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Bar News - December 13, 2013


Court's Corner: Reconsidering Court Rule-Making in New Hampshire

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The NH Supreme Court is looking to fix a process that no one seems to appreciate – the development of court rules.

The time-consuming nature of the regular process seems unnecessarily long, judges say; the speedier alternative, issuing temporary rules, sometimes is too fast, some bar members say.

The Court will be receiving help from a small work group convened by NHBA President Jaye Rancourt, which plans to suggest some amendments to the process early in 2014.

Associate Justice Robert Lynn, chair of the NH Supreme Court’s Advisory Committee on Rules, says the Court is concerned about the length of time it takes to develop and review rules through the process governed by Supreme Court Rule 51. Lynn said that with the combined processes of the Rules Committee (reviewing and drafting) and the Supreme Court’s pre-adoption procedures, it can take up to two years to adopt a proposed rule or amendment.

The rules committee typically issues its recommendations in an annual report once a year; the sedate schedule calls for two public hearings on proposed rules each year by the advisory committee, although the committee meets quarterly. After receiving the committee’s recommendations, the Court has a range of options, including scheduling argument, if the rule changes are significant; proposing them for adoption after a period of public comment; or not acting on them.

The slowness of the process is ill-suited to today’s pace of change, says Lynn. Soliciting comments at the twice-yearly public hearings often draws little attention, he adds, perhaps because the process lacks urgency. Carolyn Koegler, secretary to the Rules Committee, said that subcommittees working on particular rules have overcome the lack of interest by proactively reaching out to groups of practitioners – such as Bar Association sections – that would have particular interest and experience with an area of law affected by a particular rule. “That’s where we regularly have seen the most participation,” said Koegler.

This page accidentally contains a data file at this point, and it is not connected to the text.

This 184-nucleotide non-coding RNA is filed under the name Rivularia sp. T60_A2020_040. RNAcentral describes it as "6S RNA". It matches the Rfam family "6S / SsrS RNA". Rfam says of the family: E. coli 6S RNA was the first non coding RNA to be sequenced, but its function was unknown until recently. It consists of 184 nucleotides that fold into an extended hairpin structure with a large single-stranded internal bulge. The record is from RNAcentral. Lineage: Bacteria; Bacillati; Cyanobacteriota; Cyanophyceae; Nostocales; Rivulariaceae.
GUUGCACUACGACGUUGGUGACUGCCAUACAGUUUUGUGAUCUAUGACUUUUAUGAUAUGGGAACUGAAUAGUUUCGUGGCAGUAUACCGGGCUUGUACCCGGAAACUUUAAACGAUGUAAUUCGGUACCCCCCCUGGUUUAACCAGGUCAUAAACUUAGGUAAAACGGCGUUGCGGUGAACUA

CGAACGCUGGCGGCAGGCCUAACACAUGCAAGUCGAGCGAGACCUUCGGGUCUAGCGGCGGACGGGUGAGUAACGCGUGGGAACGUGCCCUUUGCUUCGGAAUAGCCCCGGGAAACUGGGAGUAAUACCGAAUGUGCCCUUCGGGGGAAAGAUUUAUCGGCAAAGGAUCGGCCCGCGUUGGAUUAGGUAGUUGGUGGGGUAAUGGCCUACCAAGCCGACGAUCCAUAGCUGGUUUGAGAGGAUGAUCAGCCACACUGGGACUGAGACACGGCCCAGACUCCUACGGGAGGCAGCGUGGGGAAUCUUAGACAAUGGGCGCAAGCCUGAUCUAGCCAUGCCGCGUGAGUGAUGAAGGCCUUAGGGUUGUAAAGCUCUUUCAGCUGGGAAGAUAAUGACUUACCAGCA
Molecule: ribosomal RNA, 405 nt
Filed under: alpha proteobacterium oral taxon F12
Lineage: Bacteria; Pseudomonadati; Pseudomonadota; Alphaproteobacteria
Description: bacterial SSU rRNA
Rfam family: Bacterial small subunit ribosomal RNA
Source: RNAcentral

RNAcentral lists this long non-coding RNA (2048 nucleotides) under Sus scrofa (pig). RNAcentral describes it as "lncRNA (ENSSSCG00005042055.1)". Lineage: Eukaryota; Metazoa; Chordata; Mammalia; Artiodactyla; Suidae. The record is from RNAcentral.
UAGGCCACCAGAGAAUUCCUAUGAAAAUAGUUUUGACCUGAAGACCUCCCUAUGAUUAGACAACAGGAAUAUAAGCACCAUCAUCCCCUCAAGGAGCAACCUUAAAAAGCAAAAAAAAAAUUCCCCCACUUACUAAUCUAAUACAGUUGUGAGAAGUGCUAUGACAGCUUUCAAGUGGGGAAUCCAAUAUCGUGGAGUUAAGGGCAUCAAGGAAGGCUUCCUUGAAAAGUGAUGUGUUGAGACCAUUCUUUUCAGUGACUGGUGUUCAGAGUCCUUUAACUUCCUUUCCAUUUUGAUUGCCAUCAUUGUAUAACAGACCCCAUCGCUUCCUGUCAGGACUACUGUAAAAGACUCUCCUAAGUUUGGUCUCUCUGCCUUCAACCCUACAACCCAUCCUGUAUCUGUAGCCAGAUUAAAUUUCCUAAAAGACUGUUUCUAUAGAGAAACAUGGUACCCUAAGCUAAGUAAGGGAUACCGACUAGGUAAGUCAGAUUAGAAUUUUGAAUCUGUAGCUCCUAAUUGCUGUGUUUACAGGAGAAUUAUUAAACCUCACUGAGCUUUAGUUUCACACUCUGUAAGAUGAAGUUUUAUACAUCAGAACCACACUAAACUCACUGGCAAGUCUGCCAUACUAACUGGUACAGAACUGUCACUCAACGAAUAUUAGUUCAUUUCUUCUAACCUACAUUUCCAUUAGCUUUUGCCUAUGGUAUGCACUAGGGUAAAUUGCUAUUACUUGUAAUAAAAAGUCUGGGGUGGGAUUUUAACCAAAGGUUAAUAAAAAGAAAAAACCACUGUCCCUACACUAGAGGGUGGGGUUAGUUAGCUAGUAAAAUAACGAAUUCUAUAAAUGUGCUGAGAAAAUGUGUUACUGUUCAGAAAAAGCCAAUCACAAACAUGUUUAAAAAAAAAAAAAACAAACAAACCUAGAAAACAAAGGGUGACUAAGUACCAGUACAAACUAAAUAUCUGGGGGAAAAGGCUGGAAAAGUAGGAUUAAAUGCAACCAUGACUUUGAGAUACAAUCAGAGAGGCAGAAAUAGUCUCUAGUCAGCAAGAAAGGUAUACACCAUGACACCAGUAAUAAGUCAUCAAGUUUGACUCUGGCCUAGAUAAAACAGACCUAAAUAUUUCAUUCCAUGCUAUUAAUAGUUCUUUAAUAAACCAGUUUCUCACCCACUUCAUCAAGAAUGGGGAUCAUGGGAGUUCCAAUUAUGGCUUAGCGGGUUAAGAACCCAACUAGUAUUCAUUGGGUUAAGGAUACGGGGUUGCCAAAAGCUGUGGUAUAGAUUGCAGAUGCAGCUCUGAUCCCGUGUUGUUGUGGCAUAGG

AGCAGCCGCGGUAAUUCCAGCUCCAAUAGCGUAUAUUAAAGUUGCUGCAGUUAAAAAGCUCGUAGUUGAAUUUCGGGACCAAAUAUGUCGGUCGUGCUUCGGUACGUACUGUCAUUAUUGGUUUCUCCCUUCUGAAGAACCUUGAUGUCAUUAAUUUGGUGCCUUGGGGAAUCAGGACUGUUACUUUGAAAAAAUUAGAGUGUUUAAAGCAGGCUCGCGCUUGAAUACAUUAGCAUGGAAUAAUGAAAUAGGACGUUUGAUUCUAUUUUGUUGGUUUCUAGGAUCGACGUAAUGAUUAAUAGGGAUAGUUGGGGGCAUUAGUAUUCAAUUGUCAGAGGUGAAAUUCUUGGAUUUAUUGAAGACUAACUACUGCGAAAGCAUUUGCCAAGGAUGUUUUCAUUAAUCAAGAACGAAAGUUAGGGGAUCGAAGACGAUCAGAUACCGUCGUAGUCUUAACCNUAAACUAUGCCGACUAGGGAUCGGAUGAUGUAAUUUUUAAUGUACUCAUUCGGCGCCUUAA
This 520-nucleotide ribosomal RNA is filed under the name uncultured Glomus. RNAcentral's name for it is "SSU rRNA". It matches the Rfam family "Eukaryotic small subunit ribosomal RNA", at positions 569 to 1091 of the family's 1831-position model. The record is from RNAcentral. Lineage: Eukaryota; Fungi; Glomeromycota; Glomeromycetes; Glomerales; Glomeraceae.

“The Court has not made any decisions on this yet,” said Lynn. “We welcome suggestions from the bar about how to do things differently.” One suggestion, Lynn said, was to “institutionalize” the practice of adopting rules on a temporary basis, with comments then being solicited after the rules have been in effect.

The Court has increasingly relied on issuing rules on a temporary basis, completely bypassing the Advisory Committee. This allows the court to implement innovations or respond to changing circumstances, dictated at times by statutory changes, case law, or other initiatives, Lynn said, but he acknowledges that perhaps the Court has resorted to temporary rule-making too often.

A case in point was the implementation of the Proportional Automatic Discovery (PAD) Rules in the Superior Court, which, all through the adoption of temporary rules, began as a pilot project in two counties, then four counties, then statewide. Those rules were then incorporated into the Rules of Civil Procedure, which had gone through the Advisory Committee review process, and are slated for public comment at the Committee’s public hearing on Dec. 13 -- nine months after their statewide implementation on March 1, 2013.

There will also be a need for temporary rule-making to implement the NH e-Court Project, which is scheduled to begin its rollout with a small pilot project in two courts in the second quarter of 2014. (See related article.)

Justice Gary Hicks, the Supreme Court justice overseeing the e-Court, said the project team has a rules group that is researching rules regarding electronic signatures, deadlines, etc., for the e-Court. Court administrators will be coordinating with the software developers as the project is built. It will be necessary to issue the rules as temporary with retrospective review. “It’s inevitable that we will have to use temporary rules,” Hicks said.

Both Hicks and Lynn say they are open to informally consulting with attorneys with interest or expertise in case types where e-Court is being implemented.

Rancourt, who will be working on behalf of the Bar Association to look at the advisory committee’s rules process, acknowledges that temporary rule-making is necessary for some situations. But the Court’s reliance on temporary rule-making in the past has raised concerns among some bar members. She hopes that a revision could remove undue delay from the formal rules process while still allowing for the use of temporary rules when needed.

Supreme Court Rule 42(9) requires all NH admitted attorneys to notify the Bar Association of any address change, home or office.

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